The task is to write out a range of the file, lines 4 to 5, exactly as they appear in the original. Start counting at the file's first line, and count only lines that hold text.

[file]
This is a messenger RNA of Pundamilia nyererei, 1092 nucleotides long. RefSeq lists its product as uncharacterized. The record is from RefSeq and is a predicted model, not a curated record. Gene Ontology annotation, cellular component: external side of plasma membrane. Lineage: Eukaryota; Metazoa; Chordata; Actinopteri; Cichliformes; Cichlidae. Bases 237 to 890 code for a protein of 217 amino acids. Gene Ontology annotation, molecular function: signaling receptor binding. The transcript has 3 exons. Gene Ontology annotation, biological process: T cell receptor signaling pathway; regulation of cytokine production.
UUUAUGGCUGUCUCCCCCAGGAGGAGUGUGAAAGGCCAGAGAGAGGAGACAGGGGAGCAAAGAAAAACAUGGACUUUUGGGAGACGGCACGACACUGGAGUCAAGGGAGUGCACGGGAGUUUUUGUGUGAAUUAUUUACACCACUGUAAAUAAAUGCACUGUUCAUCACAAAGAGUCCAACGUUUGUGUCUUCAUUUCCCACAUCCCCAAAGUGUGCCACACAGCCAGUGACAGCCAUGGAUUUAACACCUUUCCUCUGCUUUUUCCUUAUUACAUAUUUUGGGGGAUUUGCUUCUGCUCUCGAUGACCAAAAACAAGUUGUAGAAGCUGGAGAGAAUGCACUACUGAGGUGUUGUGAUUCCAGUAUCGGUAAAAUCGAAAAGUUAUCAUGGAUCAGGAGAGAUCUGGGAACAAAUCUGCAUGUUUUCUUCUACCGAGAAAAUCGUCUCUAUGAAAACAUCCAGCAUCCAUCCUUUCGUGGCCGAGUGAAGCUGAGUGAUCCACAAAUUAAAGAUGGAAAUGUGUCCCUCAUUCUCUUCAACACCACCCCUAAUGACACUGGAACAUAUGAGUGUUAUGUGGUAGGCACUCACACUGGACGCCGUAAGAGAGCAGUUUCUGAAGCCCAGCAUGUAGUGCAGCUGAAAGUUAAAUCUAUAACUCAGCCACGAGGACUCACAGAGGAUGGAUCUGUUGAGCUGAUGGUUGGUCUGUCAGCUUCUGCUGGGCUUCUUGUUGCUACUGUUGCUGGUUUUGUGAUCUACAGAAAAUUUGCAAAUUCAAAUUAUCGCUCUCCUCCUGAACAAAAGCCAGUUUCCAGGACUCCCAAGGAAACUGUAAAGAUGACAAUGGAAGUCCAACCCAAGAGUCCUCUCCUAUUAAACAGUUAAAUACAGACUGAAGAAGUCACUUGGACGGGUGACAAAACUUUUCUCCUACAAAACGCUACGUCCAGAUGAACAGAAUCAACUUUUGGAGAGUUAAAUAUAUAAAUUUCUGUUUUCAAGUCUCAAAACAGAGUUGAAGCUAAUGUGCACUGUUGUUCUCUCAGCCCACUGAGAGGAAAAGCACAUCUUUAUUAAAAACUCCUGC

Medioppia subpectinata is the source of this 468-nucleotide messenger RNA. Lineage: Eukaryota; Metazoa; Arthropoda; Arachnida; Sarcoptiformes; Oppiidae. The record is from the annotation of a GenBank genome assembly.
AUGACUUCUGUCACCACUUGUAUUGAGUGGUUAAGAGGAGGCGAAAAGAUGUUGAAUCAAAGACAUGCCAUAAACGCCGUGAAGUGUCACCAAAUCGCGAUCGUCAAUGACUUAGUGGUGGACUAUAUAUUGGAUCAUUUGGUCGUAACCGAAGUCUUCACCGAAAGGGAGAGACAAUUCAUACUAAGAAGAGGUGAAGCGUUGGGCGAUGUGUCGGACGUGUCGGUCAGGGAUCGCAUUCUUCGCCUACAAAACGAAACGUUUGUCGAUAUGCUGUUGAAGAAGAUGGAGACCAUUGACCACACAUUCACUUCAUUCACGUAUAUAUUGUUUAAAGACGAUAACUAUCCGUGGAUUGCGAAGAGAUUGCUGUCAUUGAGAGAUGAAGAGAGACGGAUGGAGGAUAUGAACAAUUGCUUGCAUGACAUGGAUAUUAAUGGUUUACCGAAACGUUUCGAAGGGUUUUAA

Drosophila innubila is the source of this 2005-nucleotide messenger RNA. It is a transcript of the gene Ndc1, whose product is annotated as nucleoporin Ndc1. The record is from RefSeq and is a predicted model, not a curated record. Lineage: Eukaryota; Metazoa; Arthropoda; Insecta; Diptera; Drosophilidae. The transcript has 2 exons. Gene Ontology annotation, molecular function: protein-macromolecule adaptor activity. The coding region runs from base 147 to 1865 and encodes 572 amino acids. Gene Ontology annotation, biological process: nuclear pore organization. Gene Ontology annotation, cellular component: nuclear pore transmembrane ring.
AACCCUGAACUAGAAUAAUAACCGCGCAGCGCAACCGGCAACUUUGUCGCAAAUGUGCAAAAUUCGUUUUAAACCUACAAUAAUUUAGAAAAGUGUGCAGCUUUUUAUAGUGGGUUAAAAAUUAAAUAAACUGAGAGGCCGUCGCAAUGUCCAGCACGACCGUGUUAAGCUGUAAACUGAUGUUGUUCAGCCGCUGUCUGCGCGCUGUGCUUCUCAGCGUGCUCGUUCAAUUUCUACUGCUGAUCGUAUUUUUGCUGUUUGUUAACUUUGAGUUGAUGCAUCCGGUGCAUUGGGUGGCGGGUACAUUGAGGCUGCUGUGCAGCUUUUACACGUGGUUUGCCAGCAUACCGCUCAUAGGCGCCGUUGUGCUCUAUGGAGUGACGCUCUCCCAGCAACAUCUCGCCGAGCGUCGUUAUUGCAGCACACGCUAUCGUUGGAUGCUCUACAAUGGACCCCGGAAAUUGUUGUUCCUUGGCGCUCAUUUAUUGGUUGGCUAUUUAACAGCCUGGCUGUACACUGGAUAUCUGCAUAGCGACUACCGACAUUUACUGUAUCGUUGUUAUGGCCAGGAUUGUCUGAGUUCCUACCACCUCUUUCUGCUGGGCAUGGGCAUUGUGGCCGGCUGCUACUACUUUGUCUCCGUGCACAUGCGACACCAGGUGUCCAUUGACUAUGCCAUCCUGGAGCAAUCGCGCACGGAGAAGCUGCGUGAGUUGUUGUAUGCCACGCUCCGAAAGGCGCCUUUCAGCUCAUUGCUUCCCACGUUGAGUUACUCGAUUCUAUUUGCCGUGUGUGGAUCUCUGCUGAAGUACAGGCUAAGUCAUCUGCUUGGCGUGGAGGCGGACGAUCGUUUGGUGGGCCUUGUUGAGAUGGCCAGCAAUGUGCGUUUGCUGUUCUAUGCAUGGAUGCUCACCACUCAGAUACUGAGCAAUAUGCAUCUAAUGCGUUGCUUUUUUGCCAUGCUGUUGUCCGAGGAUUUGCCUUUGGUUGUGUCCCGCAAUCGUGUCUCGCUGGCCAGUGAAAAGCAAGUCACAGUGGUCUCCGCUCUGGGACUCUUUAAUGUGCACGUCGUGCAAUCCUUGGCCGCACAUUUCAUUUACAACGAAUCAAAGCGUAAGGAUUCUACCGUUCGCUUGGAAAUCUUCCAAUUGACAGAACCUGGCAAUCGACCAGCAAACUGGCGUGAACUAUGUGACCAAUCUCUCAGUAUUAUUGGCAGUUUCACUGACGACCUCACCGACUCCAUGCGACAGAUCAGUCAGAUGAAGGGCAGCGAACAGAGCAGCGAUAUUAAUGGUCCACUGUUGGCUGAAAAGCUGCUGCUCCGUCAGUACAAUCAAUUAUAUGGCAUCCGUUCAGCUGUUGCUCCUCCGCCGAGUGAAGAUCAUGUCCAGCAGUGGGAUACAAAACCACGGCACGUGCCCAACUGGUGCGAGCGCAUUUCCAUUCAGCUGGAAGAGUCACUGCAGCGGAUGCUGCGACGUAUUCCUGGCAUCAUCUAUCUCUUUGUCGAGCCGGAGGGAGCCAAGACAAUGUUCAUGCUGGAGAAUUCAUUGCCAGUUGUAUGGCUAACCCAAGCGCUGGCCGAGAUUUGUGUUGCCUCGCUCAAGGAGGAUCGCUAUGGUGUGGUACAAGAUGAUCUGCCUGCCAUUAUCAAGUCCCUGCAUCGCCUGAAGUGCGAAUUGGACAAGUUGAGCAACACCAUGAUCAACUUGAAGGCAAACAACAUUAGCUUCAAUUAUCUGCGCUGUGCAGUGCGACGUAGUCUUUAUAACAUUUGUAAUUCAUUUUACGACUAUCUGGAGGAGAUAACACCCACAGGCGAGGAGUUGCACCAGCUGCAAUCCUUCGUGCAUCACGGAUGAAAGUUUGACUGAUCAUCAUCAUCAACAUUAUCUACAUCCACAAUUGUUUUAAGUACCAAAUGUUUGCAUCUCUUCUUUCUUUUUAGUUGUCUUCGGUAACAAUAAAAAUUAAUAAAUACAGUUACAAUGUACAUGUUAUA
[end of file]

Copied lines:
AUGACUUCUGUCACCACUUGUAUUGAGUGGUUAAGAGGAGGCGAAAAGAUGUUGAAUCAAAGACAUGCCAUAAACGCCGUGAAGUGUCACCAAAUCGCGAUCGUCAAUGACUUAGUGGUGGACUAUAUAUUGGAUCAUUUGGUCGUAACCGAAGUCUUCACCGAAAGGGAGAGACAAUUCAUACUAAGAAGAGGUGAAGCGUUGGGCGAUGUGUCGGACGUGUCGGUCAGGGAUCGCAUUCUUCGCCUACAAAACGAAACGUUUGUCGAUAUGCUGUUGAAGAAGAUGGAGACCAUUGACCACACAUUCACUUCAUUCACGUAUAUAUUGUUUAAAGACGAUAACUAUCCGUGGAUUGCGAAGAGAUUGCUGUCAUUGAGAGAUGAAGAGAGACGGAUGGAGGAUAUGAACAAUUGCUUGCAUGACAUGGAUAUUAAUGGUUUACCGAAACGUUUCGAAGGGUUUUAA

Drosophila innubila is the source of this 2005-nucleotide messenger RNA. It is a transcript of the gene Ndc1, whose product is annotated as nucleoporin Ndc1. The record is from RefSeq and is a predicted model, not a curated record. Lineage: Eukaryota; Metazoa; Arthropoda; Insecta; Diptera; Drosophilidae. The transcript has 2 exons. Gene Ontology annotation, molecular function: protein-macromolecule adaptor activity. The coding region runs from base 147 to 1865 and encodes 572 amino acids. Gene Ontology annotation, biological process: nuclear pore organization. Gene Ontology annotation, cellular component: nuclear pore transmembrane ring.